The main memory that the Linux kernel allocates for user processes is called user space. Because a process is simply a state (or image) in memory, user space also refers to the memory for the entire collection of running processes. (You may also hear the more informal term userland used for user space.)
Most of the real action on a Linux system happens in user space. Although all processes are essentially equal from the kernel's point of view, they perform different tasks for users. There is a rudimentary service level (or layer) structure to the kinds of system components that user processes represent. Figure 1-3 shows how an example set of components fit together and interact on a Linux system. Basic services are at the bottom level (closest to the kernel), utility services are in the middle, and applications that users touch are at the top. Figure 1-3 is a greatly simplified diagram because only six components are shown, but you can see that the components at the top are closest to the user (the user interface and web browser); the components in the middle level has a mail server that the web browser uses; and there are several smaller components at the bottom.
Figure 1-3. Process types and interactions
The bottom level tends to consist of small components that perform single, uncomplicated tasks. The middle level has larger components such as mail, print, and database services. Finally, components at the top level perform complicated tasks that the user often controls directly. Components also use other components. Generally, if one component wants to use another, the second component is either at the same service level or below.
However, Figure 1-3 is only an approximation of the arrangement of user space. In reality, there are no rules in user space. For example, most applications and services write diagnostic messages known as logs. Most programs use the standard syslog service to write log messages, but some prefer to do all of the logging themselves.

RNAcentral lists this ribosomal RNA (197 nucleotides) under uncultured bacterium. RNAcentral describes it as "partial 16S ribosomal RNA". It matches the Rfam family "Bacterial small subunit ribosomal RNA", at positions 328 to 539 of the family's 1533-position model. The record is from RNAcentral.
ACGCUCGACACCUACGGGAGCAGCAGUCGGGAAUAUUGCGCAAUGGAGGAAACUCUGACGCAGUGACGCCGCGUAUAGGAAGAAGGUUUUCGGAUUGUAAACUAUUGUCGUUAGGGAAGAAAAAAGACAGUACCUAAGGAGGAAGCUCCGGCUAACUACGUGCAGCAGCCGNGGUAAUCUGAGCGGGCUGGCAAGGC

In addition, it's difficult to categorize some user-space components. Server components such as web and database servers can be considered very high-level applications because their tasks are often complicated, so you might place these at the top level in Figure 1-3. However, user applications may depend on these servers to perform tasks that they'd rather not do themselves, so you could also make a case for placing them at the middle level.
About the Author
Brian Ward has been working with Linux since 1993. He is the author of The Linux Kernel-HOWTO, The Book of VMware, and The Linux Problem Solver.
Unlike some operating systems, Linux doesn't try to hide the important bits from you - it gives you full control of your computer. But to truly master Linux, you need to understand its internals, like how the system boots, how networking works, and what the kernel actually does.
In this third edition of the bestselling How Linux Works, author Brian Ward peels back the layers of this well-loved operating system to make Linux internals accessible. This edition has been thoroughly updated and expanded with added coverage of Logical Volume Manager (LVM), virtualization, and containers.
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You'll also explore the kernel and examine key system tasks inside user-space processes, including system calls, input and output, and filesystem maintenance. With its combination of background, theory, real-world examples, and thorough explanations, How Linux Works, 3rd Edition will teach you what you need to know to take control of your operating system.
New to This Edition:
• Hands-on coverage of the LVM, journald logging system, and IPv6
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How Linux Works
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